Other mechanisms through which astragaloside affects chemotherapeutic resistance have been discovered continuously. ASIV significantly downregulated NOTCH3 levels in cisplatin-induced intestinal cancer cells,[64] while forced expressions of NOTCH3 reversed the sensitizing effects of ASIV, suggesting that ASIV combination enhances cisplatin sensitivity by inhibiting NOTCH3 expressions.The P-glycoprotein (P-gp), which is encoded by multidrug resistance gene MDR1, acts as a drug efflux pump that expels chemotherapeutic drugs from tumor cells, leading to chemo drug resistance.[65] It was found that ASII can downregulate MDR1 mRNA levels in HCC cells,[61] inhibit the transcription as well as translation of P-gp, and suppress the transport activity of P-gp through substrate competition, thereby reversing P-gp-induced multidrug resistance in HCC and increasing chemosensitivity to 5-fluorouracil.

Inducing excessive ROS production in tumor cells is an effective strategy to enhance chemotherapy sensitivity. Caveolin-1 (Cav-1), a structural protein of plasma membrane invagination, has an effect on regulating oxidative stress.[66,67] ASIV has been shown to inhibit Cav-1 expressions in breast cancer cells and activate the nitric oxide synthase (eNOS), which is inhibited by Cav-1, thereby increasing intracellular NO levels. The accumulation of NO increased oxidative damage in breast cancer cells and their sensitivity to paclitaxel.[68]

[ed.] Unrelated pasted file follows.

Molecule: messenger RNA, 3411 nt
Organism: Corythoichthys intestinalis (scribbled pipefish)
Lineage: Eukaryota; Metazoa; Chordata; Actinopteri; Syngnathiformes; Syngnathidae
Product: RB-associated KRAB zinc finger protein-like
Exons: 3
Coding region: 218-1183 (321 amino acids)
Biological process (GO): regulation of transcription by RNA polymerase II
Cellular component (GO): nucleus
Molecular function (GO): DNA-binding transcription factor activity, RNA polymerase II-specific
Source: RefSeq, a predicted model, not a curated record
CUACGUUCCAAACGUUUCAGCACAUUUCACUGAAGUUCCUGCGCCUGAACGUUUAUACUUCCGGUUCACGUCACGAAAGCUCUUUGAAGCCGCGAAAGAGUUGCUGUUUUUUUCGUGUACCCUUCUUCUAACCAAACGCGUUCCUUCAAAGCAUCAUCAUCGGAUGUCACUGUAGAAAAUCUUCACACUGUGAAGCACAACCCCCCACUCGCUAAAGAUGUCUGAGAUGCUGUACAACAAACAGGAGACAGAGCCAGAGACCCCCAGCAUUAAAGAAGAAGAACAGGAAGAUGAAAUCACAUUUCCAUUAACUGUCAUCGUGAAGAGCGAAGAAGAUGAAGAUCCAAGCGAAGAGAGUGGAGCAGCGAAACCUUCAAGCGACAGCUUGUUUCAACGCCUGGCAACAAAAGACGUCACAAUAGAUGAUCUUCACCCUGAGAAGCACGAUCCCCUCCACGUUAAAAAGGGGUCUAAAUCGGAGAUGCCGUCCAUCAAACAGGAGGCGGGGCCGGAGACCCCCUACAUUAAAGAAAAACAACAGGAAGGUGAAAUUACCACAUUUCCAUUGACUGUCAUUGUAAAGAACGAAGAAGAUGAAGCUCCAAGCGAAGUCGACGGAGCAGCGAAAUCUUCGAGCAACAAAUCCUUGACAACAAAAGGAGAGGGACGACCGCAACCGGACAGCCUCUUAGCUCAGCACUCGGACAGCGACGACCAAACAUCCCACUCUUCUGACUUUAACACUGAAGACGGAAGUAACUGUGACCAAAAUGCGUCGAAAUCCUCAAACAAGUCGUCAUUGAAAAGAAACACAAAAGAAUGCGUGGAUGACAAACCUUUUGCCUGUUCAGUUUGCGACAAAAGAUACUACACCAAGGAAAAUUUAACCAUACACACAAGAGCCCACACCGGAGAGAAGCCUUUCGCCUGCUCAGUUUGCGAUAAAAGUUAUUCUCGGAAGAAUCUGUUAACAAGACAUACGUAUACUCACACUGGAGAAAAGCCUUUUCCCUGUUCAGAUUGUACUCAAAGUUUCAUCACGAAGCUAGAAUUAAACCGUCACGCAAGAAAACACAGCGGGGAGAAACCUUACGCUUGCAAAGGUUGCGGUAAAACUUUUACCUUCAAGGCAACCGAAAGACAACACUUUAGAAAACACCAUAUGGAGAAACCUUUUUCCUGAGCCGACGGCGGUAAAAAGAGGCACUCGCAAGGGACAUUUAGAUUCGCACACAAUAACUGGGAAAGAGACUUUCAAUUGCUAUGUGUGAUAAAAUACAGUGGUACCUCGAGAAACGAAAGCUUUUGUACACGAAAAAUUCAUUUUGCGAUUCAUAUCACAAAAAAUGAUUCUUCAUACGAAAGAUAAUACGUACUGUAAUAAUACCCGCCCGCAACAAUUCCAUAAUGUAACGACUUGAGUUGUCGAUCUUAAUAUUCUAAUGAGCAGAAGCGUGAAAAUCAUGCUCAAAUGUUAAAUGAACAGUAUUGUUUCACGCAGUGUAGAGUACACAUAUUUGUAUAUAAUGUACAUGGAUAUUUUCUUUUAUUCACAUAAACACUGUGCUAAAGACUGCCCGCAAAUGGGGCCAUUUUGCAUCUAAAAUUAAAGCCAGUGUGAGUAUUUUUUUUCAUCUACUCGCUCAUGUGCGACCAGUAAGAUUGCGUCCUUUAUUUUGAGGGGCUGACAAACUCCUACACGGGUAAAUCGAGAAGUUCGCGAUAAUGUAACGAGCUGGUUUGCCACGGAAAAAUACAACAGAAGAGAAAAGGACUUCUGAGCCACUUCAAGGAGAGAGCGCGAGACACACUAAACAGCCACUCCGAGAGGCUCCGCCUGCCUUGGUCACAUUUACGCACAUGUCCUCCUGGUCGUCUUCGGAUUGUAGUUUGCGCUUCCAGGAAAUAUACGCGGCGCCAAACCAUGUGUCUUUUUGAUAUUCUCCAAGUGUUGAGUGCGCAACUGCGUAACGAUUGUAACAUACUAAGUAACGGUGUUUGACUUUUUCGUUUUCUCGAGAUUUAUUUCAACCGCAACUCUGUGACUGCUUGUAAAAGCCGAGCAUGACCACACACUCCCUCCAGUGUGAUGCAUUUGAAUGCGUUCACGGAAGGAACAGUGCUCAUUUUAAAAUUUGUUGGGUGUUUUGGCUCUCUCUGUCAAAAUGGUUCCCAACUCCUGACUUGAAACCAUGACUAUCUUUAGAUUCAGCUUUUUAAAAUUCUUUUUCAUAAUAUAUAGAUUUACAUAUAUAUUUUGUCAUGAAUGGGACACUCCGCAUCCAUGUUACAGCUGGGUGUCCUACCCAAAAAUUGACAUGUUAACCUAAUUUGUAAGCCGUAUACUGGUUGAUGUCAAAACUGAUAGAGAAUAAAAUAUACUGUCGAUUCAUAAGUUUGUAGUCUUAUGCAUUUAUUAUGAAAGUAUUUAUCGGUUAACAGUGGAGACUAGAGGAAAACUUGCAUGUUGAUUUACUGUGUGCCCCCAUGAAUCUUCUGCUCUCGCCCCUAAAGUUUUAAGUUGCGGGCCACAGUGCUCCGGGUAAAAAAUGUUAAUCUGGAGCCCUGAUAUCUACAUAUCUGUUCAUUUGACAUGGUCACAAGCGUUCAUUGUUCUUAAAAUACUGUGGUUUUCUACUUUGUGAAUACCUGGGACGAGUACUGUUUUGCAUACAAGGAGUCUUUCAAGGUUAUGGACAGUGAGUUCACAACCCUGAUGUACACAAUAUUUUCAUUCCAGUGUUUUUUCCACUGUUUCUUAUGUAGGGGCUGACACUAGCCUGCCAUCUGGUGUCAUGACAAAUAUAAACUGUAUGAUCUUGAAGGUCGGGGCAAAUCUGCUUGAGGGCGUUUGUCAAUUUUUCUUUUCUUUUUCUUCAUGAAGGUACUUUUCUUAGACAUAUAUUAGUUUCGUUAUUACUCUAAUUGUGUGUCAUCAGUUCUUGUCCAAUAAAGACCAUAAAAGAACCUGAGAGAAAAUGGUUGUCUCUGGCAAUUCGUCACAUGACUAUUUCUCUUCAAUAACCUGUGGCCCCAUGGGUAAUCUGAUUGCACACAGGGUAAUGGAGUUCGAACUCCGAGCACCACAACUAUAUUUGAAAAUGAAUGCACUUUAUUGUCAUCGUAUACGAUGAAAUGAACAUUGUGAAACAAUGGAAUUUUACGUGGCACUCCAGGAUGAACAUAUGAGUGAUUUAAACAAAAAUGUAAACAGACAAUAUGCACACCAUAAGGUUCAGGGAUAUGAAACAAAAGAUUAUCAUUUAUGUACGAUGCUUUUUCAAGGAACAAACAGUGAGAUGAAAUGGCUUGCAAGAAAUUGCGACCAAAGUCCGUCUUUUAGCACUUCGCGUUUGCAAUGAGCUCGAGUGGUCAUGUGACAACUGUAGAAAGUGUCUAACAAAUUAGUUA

Due to multiple mechanisms involved in tumor chemotherapy resistance, the multi-target advantage of astragaloside may reverse tumor cell drug resistance. Thus, elucidation of its mechanisms in reversing drug resistance will lay the foundation for its clinical applications. In addition, a few researches on astragaloside enhanced with molecularly targeted drugs have been retrieved. Since there is a partially common mechanism of resistance of tumor cells to chemotherapeutic drugs and molecularly targeted drugs, elucidating its mechanisms for reversing resistance to chemotherapeutic drugs may provide new ideas for conducting basic research on the efficacy of astragaloside combined with molecular targeting drugs.

Astragaloside reduces chemotherapeutic side effects